It’s no ordinary year, but 2020 must be seen off nonetheless, while 2021 is welcomed in.
The volunteer committee behind the New Year’s Eve Concerts in the Historic Downtown Churches has followed the lead of countless other event organizers in moving the 29th annual edition of the concert series to the internet.
As COVID-19 has again closed area churches to the public, performances from a dozen acts will be available for viewing on YouTube, starting live at 7 p.m. on New Year’s Eve. People can find the event here.
While the three-hour show won’t last all the way to the midnight countdown, it aims to capture the spirit of the event in which people traditionally stroll from church to church downtown to take in a variety of performances.
“In some ways it’s a treat. We can have our glass of grog and sit by the fire and watch the show,” said Denise Bowes, one of the committee members.
She credits Rebecca Bredin, of Bredin Digital, for putting the virtual show together.
“We would not have been able to do this without her expertise,” said Bowes.
The performers this year are: The Brenda Kelly and Ralph Robinson band (traditional country); Natalie Edwards (popular vocal); youth concert appearances by Oscar Arkeveld (vocal), Andreas and Christopher Arzoumanian (piano) and Olivia Allen (piano); UOther2: Pam Foster and Donald Wachenschwanz (rock, pop and folk); Pat Johnson (original blues and folk); Dublin Road (traditional Irish); Michael Fenn (classical vocal); Iron Ring Trio (folk/rock); Quintessence (clarinet quintet); Matthew O’Halloran (jazz); the First Presbyterian Church Handbell Choir; and CR5 (bluegrass).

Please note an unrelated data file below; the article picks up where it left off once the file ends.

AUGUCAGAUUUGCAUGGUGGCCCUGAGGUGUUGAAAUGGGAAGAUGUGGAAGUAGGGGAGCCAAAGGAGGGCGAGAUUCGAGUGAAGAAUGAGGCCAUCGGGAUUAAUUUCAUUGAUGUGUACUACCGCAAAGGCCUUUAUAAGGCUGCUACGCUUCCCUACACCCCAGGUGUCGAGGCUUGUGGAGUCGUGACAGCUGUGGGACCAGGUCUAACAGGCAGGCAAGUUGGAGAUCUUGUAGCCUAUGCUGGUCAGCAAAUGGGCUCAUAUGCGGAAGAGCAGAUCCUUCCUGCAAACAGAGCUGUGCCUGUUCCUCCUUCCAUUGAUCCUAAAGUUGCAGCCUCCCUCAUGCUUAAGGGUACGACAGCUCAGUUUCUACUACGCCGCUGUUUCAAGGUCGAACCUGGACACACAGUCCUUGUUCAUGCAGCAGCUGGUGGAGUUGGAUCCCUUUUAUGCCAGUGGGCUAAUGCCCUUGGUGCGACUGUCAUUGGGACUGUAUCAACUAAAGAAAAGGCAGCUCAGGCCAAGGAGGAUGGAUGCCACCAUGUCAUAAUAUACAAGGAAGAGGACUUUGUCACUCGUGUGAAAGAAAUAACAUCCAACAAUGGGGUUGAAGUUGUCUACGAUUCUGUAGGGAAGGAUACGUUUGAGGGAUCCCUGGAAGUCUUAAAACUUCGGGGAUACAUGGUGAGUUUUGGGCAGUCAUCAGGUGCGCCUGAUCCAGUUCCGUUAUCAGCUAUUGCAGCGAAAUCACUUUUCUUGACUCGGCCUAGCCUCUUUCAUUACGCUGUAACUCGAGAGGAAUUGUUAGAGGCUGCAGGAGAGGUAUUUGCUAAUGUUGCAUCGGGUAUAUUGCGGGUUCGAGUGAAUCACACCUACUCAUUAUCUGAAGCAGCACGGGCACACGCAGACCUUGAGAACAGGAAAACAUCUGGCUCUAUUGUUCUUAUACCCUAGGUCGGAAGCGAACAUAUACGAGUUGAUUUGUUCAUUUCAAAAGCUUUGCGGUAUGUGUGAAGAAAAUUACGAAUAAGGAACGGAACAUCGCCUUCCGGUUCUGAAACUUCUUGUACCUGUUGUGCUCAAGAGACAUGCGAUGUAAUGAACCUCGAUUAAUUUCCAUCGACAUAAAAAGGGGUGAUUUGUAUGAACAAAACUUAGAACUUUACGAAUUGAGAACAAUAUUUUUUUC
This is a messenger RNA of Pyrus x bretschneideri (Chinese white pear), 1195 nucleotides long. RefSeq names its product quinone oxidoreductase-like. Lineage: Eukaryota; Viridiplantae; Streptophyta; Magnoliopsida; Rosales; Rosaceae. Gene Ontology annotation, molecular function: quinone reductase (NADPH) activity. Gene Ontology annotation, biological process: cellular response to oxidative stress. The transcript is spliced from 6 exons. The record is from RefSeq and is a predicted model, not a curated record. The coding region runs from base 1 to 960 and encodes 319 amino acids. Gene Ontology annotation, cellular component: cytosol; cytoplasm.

Bowes said some of the churches usually involved with the concerts were able to open up to allow some of the numbers to be recorded there.
Other performers recorded in different venues. For instance, Matthew O’Halloran and fellow members of his jazz quartet recorded their segment at a makeshift home studio in Ottawa, all wearing masks and properly distant, and using the video function on an iPhone.
O’Halloran said the resulting sound is pretty good, considering the technology and locale.
“I’m looking forward to watching the concert myself,” he added.
The video was made possible by a funding from the Brockville and District Chamber of Commerce, thanks to a grant from FedDev Ontario.
Chamber executive director Pamela Robertson said the effort will include a $100 donation to each of the usually participating churches, allowing them to donate to a charity of their choice, as they have done in usual years with freewill donations from the audience.
Bredin, who until recently worked in the chamber’s Brockville Tourism office, had to put together a video with material shot using different devices.
“The hard part was making sure that we had a consistent vision and sound through the whole thing,” she said.
Performers ended up providing about roughly 10 minutes each of material, in most cases, she added.
“Everyone did such a good job.”
And while the show won’t carry viewers straight to the calendar change, it will still keep to tradition in other respects.
“We do end with Auld Lang Syne, but we don’t end with a countdown,” said Bredin.
The show will also be available on YouTube after the live broadcast. People can keep tabs on Facebook at www.facebook.com/BrockvilleNYEChurchConcerts/.